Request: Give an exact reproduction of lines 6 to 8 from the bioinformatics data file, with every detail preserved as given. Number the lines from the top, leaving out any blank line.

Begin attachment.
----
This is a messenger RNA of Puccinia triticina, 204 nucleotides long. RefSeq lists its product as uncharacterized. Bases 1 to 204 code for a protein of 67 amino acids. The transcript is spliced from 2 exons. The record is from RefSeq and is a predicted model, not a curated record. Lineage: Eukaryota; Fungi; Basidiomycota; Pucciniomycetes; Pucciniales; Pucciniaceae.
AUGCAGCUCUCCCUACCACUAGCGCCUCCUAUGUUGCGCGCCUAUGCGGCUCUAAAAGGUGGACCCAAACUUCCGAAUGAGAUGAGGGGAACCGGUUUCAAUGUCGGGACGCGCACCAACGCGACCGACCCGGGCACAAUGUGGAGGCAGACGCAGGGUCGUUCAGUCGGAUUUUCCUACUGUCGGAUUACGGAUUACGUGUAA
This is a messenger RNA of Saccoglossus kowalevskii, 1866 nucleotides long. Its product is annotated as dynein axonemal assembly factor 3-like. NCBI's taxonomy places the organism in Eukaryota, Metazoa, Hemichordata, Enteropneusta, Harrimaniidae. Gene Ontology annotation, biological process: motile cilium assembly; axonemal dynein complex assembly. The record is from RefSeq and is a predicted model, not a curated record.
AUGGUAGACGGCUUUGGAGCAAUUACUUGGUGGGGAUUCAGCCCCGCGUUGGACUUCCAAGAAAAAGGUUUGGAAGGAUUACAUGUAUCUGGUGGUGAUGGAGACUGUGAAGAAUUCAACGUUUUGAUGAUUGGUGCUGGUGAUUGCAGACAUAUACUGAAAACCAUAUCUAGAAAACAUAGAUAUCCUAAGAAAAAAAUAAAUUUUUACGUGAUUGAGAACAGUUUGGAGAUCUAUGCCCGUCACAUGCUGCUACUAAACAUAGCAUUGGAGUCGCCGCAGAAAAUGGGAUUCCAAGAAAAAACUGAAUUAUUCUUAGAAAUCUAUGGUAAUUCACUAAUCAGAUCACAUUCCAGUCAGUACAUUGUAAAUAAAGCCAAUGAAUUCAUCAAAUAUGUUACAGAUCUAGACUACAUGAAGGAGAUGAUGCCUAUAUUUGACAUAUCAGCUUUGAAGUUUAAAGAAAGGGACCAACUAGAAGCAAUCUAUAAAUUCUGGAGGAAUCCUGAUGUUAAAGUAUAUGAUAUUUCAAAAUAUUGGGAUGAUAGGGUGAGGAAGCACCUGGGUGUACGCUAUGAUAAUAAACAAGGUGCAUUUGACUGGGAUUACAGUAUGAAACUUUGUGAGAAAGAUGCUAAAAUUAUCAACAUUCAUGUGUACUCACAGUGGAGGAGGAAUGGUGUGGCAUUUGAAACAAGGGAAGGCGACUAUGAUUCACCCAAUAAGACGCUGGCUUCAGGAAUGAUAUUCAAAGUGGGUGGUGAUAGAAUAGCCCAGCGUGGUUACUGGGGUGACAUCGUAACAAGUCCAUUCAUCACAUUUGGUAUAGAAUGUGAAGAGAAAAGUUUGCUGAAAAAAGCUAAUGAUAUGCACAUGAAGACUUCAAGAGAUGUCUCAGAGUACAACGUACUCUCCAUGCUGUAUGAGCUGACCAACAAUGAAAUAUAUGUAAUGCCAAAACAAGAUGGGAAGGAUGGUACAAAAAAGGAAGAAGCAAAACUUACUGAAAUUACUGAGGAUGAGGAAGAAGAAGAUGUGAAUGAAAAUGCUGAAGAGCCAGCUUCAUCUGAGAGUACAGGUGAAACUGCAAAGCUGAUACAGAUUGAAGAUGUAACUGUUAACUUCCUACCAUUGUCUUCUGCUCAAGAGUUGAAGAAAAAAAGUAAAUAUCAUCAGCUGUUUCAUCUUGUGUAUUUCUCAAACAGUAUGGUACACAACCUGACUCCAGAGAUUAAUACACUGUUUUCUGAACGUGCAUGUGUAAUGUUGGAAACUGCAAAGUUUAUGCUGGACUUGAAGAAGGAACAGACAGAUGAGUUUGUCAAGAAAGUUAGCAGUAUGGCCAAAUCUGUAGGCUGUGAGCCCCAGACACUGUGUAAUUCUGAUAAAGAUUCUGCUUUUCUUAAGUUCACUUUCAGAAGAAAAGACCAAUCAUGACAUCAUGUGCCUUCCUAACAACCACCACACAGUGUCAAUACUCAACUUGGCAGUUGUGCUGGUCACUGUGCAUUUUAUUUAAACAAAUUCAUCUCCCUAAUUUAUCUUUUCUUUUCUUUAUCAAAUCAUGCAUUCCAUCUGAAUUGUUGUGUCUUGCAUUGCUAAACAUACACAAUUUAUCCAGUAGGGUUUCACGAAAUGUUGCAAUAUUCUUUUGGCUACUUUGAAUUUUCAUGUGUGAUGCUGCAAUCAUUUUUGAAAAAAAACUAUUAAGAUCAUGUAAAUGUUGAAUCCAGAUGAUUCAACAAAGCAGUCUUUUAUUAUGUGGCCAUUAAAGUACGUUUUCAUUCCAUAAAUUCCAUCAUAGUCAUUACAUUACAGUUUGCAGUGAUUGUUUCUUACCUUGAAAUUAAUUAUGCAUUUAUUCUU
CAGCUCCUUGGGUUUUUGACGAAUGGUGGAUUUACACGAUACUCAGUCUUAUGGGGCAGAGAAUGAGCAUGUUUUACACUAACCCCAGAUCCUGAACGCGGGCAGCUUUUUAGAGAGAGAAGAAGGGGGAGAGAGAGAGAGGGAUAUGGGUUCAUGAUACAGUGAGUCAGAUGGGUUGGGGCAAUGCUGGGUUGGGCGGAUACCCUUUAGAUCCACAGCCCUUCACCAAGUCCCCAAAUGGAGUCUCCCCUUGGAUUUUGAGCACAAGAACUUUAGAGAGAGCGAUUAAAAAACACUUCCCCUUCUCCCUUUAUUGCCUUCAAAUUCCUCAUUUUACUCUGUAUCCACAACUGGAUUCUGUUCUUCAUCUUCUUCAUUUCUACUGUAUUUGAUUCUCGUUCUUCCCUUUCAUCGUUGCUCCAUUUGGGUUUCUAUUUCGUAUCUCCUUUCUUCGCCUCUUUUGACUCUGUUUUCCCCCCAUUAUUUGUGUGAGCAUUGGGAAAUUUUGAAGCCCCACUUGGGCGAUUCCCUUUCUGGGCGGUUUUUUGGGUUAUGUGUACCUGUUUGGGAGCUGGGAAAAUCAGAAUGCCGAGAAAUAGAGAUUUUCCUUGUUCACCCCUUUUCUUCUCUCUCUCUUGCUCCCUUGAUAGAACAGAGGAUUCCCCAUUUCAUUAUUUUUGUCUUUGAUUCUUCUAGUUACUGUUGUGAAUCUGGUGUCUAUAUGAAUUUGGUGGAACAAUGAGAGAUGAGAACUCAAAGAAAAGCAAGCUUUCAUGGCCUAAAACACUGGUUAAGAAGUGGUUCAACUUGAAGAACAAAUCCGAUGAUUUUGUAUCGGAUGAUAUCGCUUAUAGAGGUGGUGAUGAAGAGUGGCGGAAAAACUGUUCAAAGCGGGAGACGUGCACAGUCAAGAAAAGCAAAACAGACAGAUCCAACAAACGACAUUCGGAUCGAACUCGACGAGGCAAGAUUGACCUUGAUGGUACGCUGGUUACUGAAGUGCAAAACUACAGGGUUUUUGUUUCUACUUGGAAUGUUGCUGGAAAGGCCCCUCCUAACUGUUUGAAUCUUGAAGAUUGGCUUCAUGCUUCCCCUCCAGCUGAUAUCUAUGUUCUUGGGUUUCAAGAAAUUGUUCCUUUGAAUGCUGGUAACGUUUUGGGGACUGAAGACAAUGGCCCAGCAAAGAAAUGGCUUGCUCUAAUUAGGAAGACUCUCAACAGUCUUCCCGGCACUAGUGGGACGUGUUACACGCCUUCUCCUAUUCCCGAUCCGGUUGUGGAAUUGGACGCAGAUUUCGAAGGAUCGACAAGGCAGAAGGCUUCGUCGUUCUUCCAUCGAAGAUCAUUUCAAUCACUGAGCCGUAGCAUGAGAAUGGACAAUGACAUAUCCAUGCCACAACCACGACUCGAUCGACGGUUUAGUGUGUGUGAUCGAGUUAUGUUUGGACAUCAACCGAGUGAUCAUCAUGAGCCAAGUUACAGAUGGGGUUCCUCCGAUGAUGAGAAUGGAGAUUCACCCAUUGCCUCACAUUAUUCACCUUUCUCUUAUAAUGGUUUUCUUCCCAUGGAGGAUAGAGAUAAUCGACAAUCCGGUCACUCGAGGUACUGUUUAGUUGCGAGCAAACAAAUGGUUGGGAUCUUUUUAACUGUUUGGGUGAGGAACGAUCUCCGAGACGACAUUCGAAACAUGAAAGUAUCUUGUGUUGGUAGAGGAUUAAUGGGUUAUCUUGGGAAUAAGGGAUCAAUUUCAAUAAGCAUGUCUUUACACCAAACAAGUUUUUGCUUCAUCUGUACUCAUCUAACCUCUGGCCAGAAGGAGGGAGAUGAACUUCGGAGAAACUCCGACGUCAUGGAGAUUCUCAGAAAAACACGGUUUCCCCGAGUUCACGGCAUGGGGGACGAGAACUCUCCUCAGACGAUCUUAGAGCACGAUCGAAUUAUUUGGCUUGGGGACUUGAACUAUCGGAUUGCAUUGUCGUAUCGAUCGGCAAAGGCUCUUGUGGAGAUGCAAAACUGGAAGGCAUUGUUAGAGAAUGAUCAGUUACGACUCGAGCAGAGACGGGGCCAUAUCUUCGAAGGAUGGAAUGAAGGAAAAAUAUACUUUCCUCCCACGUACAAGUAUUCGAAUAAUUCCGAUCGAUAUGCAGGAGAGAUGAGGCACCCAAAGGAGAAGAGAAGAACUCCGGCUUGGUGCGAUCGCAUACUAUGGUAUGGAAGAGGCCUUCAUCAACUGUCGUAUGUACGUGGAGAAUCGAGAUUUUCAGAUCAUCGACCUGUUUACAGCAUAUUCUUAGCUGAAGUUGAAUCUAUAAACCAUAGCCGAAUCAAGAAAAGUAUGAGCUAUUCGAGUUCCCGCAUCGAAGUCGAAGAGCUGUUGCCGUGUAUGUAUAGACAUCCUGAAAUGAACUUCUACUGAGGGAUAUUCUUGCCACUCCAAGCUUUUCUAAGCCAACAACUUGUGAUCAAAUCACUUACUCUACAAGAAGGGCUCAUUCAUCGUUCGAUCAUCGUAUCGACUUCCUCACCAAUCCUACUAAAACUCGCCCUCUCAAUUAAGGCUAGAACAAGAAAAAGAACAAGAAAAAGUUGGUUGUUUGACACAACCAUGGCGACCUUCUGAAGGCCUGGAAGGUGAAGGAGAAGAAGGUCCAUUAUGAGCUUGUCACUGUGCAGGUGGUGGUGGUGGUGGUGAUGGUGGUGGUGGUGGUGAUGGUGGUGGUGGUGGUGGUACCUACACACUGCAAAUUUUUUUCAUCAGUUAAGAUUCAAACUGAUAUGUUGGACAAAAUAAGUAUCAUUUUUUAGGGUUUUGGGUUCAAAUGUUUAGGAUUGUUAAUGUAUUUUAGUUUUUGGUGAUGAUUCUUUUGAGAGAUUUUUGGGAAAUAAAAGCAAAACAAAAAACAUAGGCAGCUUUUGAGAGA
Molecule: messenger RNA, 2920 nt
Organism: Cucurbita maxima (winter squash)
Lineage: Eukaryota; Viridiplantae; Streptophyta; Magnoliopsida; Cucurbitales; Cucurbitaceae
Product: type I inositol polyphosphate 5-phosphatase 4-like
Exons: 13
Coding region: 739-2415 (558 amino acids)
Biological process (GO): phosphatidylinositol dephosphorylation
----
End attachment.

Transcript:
Molecule: messenger RNA, 2920 nt
Organism: Cucurbita maxima (winter squash)
Lineage: Eukaryota; Viridiplantae; Streptophyta; Magnoliopsida; Cucurbitales; Cucurbitaceae